Once ingested by livestock, horses or other inermediate hosts, the young larvae hatch out of the eggs in the gut, cross the intestinal wall, reach the blood stream and migrate to the liver via the portal vein. Once in the liver the young worms migrate through the liver tissues towards the organ surface (serosa) during about 30 days. There or on the surface or other abdominal organs they build the bladder-like cysts. Cyst development is completed 35 to 55 days after infection. The cysts remain infective for dogs during several months.

Dogs and other canids become infected when scavenging on contaminated carcasses of when fed insufficiently cooked offal contaminated with cysts. Once in the dog's gut, the cysts release the young tapeworms, which attach to the gut's wall and start producing segments. Within 6 to 8 weeks (prepatent period) the tapeworms mature and start shedding eggs.

Harm caused by Cysticercus tenuicollis, symptoms and diagnosis

Cysticercus tebuicollis is usually not seriously pathogenic for infected livestock or horses. Unthriftiness may be observed. But massive infections can cause traumatic hepatitis in livestock when numerous larvae migrate through the liver. Deaths can occasionally follow due to hepatic hemorrage, mainly in young animals. Economic damage is mainly due to condemnation of livers and other organs at slaughter.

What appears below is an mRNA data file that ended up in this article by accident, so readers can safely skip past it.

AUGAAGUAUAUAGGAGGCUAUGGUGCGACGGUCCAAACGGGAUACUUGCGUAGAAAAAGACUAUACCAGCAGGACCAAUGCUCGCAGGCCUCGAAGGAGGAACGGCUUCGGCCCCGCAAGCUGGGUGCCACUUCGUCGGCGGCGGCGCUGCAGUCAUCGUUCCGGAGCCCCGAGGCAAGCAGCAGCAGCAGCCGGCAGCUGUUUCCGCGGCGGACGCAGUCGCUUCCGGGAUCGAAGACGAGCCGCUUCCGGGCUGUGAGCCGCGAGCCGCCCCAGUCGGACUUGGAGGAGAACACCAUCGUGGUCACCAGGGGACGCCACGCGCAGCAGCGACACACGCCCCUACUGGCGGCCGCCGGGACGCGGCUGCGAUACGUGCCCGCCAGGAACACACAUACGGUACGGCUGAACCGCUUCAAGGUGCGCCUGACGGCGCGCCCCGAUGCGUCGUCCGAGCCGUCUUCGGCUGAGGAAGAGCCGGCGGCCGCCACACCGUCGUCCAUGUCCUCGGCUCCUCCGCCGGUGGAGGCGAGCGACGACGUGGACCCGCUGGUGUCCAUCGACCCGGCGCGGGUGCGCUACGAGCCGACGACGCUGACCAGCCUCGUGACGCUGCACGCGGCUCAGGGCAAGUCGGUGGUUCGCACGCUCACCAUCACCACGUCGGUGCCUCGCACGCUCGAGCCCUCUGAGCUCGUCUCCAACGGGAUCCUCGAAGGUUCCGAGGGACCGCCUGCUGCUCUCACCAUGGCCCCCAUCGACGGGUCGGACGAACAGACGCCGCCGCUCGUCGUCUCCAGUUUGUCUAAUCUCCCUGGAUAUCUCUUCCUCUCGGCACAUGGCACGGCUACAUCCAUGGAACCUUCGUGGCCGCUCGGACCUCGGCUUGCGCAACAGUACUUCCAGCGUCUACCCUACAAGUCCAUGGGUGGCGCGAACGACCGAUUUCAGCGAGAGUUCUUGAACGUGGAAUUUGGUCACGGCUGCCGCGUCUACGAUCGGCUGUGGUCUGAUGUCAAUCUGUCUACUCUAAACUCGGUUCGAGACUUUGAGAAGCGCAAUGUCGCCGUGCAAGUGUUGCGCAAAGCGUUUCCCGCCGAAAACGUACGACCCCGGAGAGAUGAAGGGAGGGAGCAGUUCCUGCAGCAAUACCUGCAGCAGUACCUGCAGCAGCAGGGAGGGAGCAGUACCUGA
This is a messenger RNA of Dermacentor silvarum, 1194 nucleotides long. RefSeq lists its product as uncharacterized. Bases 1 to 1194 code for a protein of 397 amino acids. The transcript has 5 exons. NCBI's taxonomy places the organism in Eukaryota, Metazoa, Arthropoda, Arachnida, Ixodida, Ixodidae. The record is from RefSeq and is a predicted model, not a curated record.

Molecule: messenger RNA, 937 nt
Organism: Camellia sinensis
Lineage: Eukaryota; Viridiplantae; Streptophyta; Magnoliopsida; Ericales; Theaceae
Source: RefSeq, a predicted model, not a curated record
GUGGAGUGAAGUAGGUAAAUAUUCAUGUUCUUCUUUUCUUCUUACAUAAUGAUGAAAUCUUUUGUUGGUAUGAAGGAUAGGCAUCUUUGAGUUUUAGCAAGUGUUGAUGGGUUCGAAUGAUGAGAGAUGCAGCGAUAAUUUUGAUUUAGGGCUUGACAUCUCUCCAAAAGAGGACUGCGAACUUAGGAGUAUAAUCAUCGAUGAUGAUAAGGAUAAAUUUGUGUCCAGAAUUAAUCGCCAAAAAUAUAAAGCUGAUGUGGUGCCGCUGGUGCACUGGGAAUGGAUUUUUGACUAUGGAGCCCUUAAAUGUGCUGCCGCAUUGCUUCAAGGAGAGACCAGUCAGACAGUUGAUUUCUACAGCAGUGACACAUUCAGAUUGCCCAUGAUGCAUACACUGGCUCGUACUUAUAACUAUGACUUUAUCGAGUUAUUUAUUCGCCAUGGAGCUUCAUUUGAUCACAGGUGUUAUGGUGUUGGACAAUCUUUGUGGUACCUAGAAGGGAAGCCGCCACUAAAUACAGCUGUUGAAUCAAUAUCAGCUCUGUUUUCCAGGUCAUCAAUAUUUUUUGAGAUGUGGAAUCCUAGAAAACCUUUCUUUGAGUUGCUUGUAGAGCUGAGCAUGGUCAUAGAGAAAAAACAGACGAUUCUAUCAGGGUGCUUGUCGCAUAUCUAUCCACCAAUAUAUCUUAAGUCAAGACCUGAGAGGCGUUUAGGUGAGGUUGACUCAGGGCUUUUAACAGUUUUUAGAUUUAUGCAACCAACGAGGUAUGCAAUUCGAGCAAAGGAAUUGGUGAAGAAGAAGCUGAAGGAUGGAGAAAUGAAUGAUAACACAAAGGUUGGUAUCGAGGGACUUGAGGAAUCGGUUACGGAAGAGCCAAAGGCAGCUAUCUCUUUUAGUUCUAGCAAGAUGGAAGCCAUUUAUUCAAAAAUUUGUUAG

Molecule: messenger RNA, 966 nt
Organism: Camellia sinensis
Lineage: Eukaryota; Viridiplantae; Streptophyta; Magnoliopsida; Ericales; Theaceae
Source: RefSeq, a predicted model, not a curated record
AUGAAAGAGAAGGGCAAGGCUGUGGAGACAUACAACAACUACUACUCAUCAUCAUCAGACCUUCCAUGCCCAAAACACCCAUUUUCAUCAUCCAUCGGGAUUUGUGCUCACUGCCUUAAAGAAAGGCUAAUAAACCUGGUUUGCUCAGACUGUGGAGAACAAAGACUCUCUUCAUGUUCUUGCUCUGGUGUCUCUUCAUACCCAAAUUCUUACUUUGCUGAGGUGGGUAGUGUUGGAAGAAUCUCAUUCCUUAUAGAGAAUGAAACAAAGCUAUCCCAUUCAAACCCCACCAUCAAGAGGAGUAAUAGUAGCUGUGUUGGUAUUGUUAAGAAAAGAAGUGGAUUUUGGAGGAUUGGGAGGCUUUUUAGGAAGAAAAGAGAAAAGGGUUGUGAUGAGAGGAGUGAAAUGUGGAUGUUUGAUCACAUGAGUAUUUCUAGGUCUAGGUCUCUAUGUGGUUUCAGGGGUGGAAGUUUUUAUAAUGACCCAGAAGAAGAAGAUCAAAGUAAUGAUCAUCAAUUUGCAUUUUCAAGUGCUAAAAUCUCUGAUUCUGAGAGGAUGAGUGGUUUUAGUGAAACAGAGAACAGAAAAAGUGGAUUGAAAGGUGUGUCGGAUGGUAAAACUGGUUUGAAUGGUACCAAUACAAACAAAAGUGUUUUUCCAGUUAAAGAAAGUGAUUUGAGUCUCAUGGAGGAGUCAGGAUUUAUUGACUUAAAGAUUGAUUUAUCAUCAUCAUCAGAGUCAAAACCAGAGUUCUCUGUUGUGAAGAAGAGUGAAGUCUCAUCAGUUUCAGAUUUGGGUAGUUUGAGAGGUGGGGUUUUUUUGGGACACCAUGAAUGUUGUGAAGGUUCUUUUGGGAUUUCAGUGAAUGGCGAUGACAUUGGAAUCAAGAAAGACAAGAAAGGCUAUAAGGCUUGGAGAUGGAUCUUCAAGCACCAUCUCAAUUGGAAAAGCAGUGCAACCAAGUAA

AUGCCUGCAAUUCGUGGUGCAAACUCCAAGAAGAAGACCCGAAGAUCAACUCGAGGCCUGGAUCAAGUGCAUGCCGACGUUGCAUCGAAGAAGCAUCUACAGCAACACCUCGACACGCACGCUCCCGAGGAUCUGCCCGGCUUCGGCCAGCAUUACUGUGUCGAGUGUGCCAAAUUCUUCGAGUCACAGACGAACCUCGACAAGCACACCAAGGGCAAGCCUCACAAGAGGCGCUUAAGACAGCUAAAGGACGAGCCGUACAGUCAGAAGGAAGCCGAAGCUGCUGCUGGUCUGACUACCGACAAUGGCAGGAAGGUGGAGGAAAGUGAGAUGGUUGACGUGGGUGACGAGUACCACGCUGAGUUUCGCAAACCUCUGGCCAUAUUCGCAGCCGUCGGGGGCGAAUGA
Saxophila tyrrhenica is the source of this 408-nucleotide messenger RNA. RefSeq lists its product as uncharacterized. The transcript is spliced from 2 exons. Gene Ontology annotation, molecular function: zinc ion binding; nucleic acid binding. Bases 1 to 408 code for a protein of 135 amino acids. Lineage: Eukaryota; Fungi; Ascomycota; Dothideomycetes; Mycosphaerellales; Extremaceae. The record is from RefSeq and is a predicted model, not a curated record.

So far diagnosis on livestock or horses is only possible post-mortem after carcass examination.

Infection of dogs with  Taenia hydatigena are usually benign as well. They can cause diarrhea and loss of appetite, but they are often asymptomatic.

Prevention and control of Cysticercus tenuicollis

Best prevention consists in preventing livestock feed (fresh pasture as well as hay, silage, and other stored feed) or water from being contaminated with dog feces that may contain tapeworm eggs. It must be considered that the eggs may remain infective in the feed after silage or other processing of hey or fodder (pelletizing, fermentation, etc.).

At the same time, dog scavenging on potentially contamined cadavers or offal has to be avoided as well. If this is not possible, it is is advisable to regularly deworm dogs (particularly working and guard dogs) at least 3 to 4 times a year, especially if Cysticercus tenuicollis has been found in the region. There are numerous dog anthelmintic products that control such infections. They contain active ingredients with broad-spectrum anthelmintic efficacy such as benzimidazoles (e.g. fenbendazole, febantel, mebendazole) or specific taenicides such as praziquantel and epsiprantel, the latter often in combination with nematicides (e.g.levamisole, milbemycin oximepyrantel, etc.) to cover a broader spectrum of worms.